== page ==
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The Language of Kin Behind The Scenes

Writing The Language of Kin meant spending time mentally and emotionally in the world of chimpanzees, learning how they live in the wild and in captivity, what they need, how they communicate with us and each other. It meant facing what many endured as many laboratory test subjects, and what has followed legislation in the United States to stop the medical testing on chimps. Captured, often as nursing babies, drugged, flown here, isolated in cramped, barren cages, subjected to painful experiments, often expressing their distress in self-harming ways: lab chimps spent years suffering. Legislation contained within the endangered species act put a halt to it—and left the labs scrambling with the question of what to do with the now traumatized and scarred chimps they’d experimented on for years.


And then there are zoo chimps. I have always been very interested in animal well-being and personally bothered by seeing them—most especially the primates, with whom we share over 98% of the same DNA--in cages in zoos. But I am also aware that conservation of species is a role that zoos increasingly play and that zookeepers focus intently on the well-being of the animals. Several primatologists were incredibly generous with research help, sharing their knowledge and resources, educating me. Relentless climate change and deforestation are enormous concerns with regard to wildlife habitat and there are those who credibly argue that the only hope for the survival of certain species (chimpanzees included) is to breed them in zoos as their natural habitat is being inexorably destroyed. Zoos also can play an important role in educating people about animal needs. But it’s not how they live in the wild. They live in social and family groups, share parenting, learn from each other, fashion and use tools. I understand that there’s not an easy answer, and in The Language of Kin I did my best to avoid beating a political drum.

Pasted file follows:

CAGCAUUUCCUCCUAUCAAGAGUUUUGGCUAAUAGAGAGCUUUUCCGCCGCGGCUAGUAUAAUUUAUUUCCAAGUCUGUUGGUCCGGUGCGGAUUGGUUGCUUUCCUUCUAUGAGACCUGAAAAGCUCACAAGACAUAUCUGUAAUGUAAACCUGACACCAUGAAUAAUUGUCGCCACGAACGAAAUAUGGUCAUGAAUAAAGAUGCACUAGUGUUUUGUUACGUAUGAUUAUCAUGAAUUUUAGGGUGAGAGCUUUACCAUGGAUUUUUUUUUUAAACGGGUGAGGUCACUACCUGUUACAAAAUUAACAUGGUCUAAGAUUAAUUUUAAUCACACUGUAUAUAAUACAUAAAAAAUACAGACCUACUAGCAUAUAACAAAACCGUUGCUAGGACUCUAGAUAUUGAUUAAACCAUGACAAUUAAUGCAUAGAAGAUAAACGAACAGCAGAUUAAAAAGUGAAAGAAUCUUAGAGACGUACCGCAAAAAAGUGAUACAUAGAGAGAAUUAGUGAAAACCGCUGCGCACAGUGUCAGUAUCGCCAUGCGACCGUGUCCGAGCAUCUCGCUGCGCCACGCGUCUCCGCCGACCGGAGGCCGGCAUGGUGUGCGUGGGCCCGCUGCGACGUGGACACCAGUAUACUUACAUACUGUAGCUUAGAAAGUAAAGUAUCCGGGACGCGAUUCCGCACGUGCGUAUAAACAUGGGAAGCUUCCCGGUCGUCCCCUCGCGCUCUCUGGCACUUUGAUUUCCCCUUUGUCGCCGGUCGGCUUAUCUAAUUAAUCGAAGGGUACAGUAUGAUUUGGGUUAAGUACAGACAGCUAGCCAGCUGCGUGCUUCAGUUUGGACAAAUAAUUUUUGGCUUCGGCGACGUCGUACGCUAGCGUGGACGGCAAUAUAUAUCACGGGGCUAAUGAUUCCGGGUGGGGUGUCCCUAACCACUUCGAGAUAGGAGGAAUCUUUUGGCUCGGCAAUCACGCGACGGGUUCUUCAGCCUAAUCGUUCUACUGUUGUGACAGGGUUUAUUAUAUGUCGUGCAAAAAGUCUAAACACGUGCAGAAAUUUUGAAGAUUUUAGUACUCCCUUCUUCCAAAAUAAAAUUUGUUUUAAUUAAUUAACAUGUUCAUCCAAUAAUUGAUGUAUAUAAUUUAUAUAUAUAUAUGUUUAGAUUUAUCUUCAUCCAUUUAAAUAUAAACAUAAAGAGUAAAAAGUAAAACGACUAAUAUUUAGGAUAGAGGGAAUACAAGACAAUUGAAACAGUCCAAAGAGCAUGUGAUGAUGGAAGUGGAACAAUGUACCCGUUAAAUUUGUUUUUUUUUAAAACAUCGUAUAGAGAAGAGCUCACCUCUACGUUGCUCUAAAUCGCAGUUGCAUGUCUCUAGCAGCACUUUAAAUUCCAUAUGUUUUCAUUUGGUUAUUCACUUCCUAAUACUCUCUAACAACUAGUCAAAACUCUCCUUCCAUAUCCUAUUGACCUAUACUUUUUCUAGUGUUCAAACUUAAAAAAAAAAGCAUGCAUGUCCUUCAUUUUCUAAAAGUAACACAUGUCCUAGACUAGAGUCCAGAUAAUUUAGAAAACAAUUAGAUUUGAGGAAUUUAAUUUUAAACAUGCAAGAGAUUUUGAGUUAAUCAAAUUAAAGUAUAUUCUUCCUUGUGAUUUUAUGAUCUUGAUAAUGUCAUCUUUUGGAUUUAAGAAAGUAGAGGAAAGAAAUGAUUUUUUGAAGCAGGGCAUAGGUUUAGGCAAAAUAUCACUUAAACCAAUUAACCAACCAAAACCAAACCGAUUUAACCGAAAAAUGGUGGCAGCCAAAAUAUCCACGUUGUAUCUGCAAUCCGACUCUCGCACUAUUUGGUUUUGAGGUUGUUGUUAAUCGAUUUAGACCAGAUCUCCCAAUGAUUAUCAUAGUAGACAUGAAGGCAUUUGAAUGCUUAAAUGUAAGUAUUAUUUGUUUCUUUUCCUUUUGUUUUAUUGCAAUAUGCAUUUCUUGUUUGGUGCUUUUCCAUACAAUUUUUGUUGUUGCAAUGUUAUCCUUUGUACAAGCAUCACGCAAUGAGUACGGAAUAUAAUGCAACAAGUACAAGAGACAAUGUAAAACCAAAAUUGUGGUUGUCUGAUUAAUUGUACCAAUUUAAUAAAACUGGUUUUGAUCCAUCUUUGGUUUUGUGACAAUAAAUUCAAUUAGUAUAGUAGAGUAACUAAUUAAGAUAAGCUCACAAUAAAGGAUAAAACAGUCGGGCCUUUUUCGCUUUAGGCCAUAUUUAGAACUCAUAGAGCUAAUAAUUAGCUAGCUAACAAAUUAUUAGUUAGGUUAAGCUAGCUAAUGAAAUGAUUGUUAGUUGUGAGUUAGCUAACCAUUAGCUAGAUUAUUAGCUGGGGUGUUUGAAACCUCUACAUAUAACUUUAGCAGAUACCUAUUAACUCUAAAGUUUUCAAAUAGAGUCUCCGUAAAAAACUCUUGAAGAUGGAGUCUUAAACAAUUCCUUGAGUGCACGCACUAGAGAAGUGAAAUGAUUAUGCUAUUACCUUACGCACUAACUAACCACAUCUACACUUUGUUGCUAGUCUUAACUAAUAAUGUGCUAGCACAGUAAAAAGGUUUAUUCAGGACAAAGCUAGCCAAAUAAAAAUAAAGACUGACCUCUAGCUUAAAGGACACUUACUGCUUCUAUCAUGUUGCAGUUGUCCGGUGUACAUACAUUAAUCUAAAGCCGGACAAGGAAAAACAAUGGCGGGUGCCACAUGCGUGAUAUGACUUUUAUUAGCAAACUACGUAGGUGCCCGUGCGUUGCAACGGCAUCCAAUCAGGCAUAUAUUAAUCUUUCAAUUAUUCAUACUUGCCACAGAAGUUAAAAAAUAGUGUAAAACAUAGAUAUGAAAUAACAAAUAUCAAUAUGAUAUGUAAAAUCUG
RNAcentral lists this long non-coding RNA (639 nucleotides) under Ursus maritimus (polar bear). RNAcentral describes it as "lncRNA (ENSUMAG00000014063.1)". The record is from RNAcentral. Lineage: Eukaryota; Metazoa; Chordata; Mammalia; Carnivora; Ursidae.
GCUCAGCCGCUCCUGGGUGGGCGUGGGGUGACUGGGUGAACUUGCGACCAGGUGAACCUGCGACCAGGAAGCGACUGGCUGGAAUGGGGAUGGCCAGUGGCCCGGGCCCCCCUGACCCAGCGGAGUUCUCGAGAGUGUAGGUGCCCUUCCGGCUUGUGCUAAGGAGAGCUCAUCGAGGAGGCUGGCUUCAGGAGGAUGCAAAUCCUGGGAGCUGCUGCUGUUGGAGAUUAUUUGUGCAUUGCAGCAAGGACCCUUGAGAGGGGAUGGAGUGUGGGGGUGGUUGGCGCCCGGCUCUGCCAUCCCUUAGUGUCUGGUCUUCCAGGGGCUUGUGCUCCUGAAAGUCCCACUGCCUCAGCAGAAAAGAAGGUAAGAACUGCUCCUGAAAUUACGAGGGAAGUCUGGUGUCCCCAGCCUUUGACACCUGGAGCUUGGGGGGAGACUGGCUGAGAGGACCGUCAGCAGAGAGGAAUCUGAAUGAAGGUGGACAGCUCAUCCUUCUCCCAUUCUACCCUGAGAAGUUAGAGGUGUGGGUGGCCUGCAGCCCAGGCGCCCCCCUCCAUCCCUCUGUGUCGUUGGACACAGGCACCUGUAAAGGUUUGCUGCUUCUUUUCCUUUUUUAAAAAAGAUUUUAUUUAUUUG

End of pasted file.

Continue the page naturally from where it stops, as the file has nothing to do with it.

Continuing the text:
Chimpanzees, Kibale National Park-4882.jpg

I don’t want animals suffering. It’s really that simple. If you’ve read my work before, you know how I am about my dogs, all rescues. And I have a great interest in the human/animal connection, the meaningful bond between species. (Where The Trail Grows Faint: A Year In the Life Of A Therapy Dog Team is all about this.) But I also want to honor and respect the bonds other animals have within their own species that we humans often seem to disregard. This is how the book started. I was looking at communication, and that brought me to sign language and when/if/how words are necessary. 

My background as a therapist licensed to diagnose and treat mental disorders has given me an abiding interest in human relationships, and I always try to depict them with sensitivity and awareness. Being trained to listen closely has helped me develop a good ear for dialog and I use multiple points of view to both to reveal character and how differently people even people who love each other often perceive themselves, each other, or a situation. I have worked in a nursing home as an animal-assisted therapist and this contributed to my interest in interspecies communication, both verbal and signed. Learning to use hand signals with my dog and researching how some chimps have been taught to use American Sign Language also led me to seek consultation about the perceptions and experience of members of the deaf community in order to include a deaf character in this novel.


In the end, I hope my concern and love for the animals is clear. Still, although I did a great deal of research and had invaluable consultation with experts, The Language of Kin  is very much about the human characters living their human story, the various ways they communicate and fail to communicate, and what they ultimately come to understand and forgive in themselves and each other.

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